It’s a good gag, but by the time you’ve walked through a variety of iterations on it — film noir titles on textbook illustrations, song titles on more famous art works — you struggle to raise a smile. From a curatorial perspective, the Garage show is in many ways exemplary, and further evidence of the centre’s pioneering work in Russia; but it all feels a bit one-note and you can’t help but agree with the damning-with-faint praise review of Garage’s own director, Anton Belov: “A very clean little exhibition.”
“Kabakov's wry but not unbeautiful chronicling of a Soviet (and post-Soviet) life of disappointment and drudgery”
The same cannot be said for the four-floor blockbuster Kabakov show at the Multimedia Art Museum Moscow, which literally includes a room full of trash, albeit artfully suspended on wires and supplemented with little snippets of text (are you sensing a theme here?). The experience of Utopia and Reality? is undeniably richer, deeper and more rewarding than 1+1=1. But perhaps the comparison is unfair: not only is there more space and more art here, but the dialogue with art history continues not in the form of tongue-in-cheek pastiche, but as actual works from avant-garde genius El Lissitzky. The creative juxtaposition is thus between Lissitzky’s boundless revolutionary enthusiasm — horizontal skyscrapers! new art! new everything! — and Kabakov’s wry but not unbeautiful chronicling of a Soviet (and post-Soviet) life of disappointment and drudgery. The show is bookended by two meditations on our failure to ascend to the heights that Lissitzky aspired to. The entrance hall of the elegantly tiered exhibition space is dominated by the prone, surely dead, figure of a giant Icarus — his plummeting fall took him smashing through a copy of Lissitzky’s iconic Beat the Whites with the Red Wedge (1919). We remember this crash when we reach the top floor houses The Man Who Flew Into Space From His Apartment (1984), a meticulous faux-reconstruction of the room in which a mild-mannered Soviet citizen has attempted a mission to the cosmos by means of a giant catapult. We suspect his fate is similar to that of Icarus.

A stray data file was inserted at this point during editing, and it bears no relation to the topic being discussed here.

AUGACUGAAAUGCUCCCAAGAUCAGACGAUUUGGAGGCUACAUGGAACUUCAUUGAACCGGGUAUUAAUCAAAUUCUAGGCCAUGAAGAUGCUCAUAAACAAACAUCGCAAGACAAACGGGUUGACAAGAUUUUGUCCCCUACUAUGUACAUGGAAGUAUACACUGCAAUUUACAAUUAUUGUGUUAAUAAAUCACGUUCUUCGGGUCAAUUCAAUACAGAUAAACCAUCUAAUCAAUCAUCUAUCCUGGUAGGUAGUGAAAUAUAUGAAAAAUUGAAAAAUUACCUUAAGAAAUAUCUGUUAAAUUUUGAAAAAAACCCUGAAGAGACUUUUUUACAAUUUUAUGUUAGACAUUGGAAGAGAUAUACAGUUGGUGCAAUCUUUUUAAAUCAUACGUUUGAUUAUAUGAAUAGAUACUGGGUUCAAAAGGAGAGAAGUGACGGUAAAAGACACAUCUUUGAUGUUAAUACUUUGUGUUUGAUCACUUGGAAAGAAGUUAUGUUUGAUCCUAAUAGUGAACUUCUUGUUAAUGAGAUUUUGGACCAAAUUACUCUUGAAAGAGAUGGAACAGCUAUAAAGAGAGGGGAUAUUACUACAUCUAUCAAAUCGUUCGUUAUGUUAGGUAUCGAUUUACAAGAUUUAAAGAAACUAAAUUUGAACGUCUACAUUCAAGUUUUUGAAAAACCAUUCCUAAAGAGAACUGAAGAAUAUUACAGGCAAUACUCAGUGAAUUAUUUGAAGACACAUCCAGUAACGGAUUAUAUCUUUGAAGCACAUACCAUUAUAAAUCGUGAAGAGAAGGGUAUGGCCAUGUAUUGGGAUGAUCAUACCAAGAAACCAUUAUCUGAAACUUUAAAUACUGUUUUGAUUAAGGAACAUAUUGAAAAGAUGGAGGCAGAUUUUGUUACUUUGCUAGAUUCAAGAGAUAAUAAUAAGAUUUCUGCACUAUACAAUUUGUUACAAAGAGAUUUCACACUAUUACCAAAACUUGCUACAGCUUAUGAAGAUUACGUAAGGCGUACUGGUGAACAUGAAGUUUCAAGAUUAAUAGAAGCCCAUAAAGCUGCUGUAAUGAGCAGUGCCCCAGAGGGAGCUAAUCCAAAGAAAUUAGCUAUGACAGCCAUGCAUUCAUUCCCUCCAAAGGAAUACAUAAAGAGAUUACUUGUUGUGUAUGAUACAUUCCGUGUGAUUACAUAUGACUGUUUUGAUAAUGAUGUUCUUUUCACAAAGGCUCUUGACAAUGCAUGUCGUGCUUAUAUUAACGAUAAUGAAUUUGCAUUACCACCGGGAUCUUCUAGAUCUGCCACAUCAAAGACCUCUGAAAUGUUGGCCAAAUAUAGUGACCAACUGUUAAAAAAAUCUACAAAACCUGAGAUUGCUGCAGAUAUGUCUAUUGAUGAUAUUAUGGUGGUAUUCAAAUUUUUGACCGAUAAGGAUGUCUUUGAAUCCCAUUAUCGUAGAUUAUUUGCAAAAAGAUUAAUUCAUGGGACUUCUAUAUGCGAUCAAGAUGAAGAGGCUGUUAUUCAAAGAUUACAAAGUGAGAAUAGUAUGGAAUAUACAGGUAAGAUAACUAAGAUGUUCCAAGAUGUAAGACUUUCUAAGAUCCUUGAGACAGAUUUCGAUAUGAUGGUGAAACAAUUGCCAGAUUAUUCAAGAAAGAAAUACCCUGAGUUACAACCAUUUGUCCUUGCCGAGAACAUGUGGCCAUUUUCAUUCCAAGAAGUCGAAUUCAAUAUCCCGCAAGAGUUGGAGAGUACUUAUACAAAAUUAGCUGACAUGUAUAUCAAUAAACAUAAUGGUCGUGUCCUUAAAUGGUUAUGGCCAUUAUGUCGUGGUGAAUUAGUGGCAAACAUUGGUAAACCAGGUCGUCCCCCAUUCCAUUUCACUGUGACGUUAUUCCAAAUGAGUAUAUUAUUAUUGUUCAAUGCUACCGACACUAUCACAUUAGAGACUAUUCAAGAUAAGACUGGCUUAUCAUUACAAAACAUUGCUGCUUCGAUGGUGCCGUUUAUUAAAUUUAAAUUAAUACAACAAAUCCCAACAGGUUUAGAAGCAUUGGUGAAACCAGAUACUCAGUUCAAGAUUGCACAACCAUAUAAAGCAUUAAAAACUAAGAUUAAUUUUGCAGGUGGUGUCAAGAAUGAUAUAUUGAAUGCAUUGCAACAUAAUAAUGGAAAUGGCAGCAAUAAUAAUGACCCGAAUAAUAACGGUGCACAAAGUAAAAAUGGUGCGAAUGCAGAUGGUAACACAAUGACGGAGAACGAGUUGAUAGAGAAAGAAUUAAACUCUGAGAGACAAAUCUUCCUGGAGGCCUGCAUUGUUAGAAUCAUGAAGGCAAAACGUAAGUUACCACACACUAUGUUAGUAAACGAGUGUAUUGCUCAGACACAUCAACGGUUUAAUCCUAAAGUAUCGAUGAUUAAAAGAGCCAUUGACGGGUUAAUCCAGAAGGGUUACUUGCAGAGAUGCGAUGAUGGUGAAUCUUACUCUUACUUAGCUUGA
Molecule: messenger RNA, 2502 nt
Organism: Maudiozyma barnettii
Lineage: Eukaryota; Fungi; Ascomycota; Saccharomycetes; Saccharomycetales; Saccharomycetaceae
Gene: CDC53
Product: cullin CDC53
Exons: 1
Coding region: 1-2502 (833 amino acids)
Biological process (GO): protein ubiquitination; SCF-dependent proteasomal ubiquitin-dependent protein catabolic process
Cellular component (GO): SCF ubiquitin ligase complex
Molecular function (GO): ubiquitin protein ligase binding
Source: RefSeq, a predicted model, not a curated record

Utopia and Reality? is another slickly presented affair (it previously ran at the Vanabbemuseum in Eindhoven), which masterfully traces the parabola of Russian artistic optimism. This ascent and descent is, of itself, tragic and grandiose. But, one feels its enormity all the more keenly when juxtaposed with Baldessari’s arch and detached meditations on the history of art — a story which seems distant from the grand historical narratives that underpin Kabakov and Lissitzky’s work. This is not a slight against Baldessari: detachment, lack of history and plentiful sunlight is what makes California a great place from which to examine European culture. Rather, it’s a further credit to the enlightening power of compare and contrast. One superstar is good, but two is always better.